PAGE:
JM: One of the first things I noticed about this record is that for the most part a lot of the artists are mostly known in the underground Hip Hop scene. On a project of this scale you probably could have gotten a lot more commercially successful MC’s. Some would say that’s risky. How do the choices of the artists reflect on your vision for this record?
Z-Trip: You know I thought that maybe I’d grab some more commercial type cats, but the thing is that most of the MC’s that I like, and the people that I feel represent the same things I do in the DJ world are underground MC’s. They are really good at what they do. I mean look at Supernatural; incredible at what he does. Busdriver; incredible at what he does. Murs, Soup… on and on. Everybody on the record is someone I really admire and enjoy for what they bring to the game in their own context. I wanted to have that on my record versus going after something that was the flavor of the month. The artists I chose have more longevity in my world, and that includes people like Whipper Whip and Grandmaster Kaz who are legendary. That completely validates what I’m about and the music I like. I figure if you’re a person in this scene, you’re gonna gravitate towards your MF Doom’s and the LP’s and the Stones Throw roster, or whatever. With this record I feel I’ve established something like that for those kinds of fans of Hip Hop. I feel that that’s the kind of crowd that I’ve come up in with what I do and I didn’t want to give them something that wasn’t me. Using these MC’s on my record is very true to who I am and what I’m about. It’s risky, but at the same time it was very fun. It was a necessity on my first record to put people on that would validate what I’m about.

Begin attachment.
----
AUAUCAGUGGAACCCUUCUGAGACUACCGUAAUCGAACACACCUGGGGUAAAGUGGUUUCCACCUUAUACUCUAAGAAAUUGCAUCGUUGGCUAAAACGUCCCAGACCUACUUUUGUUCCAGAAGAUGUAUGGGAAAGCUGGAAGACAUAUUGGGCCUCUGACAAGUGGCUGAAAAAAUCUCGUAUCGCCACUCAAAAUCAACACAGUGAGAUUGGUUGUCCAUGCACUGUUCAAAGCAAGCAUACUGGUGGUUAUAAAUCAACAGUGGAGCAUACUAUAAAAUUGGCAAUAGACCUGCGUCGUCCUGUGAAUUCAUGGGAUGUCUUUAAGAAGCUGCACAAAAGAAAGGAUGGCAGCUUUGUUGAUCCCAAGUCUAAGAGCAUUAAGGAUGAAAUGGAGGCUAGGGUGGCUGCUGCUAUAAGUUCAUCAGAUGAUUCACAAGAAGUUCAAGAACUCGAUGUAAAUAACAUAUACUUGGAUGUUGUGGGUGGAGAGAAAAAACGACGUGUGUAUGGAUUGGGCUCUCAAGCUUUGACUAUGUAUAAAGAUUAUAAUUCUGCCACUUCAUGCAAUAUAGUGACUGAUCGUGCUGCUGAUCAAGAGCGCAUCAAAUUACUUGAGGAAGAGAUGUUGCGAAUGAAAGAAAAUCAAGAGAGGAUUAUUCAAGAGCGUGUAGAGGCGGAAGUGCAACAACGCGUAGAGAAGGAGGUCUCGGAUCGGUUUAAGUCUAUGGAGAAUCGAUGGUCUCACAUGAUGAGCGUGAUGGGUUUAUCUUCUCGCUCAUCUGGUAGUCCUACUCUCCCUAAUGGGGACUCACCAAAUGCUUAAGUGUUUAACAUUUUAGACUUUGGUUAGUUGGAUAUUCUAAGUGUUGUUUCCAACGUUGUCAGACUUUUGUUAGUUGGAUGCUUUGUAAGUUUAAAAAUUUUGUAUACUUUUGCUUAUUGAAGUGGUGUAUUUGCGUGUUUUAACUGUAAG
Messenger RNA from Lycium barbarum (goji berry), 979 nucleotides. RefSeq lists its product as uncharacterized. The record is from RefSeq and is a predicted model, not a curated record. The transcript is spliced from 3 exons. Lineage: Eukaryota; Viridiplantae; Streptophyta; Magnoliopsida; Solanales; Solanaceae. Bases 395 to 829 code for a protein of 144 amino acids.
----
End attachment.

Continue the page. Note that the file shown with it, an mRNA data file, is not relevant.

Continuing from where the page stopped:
JM: Did you assemble a list of MC’s for this record?
Z-Trip: I didn’t really have a list; I mean in my head I had a list...
JM: Were their any requirements once they were on board? Did you say: “ I want to have a song about this.” Or did you let them just do their thing?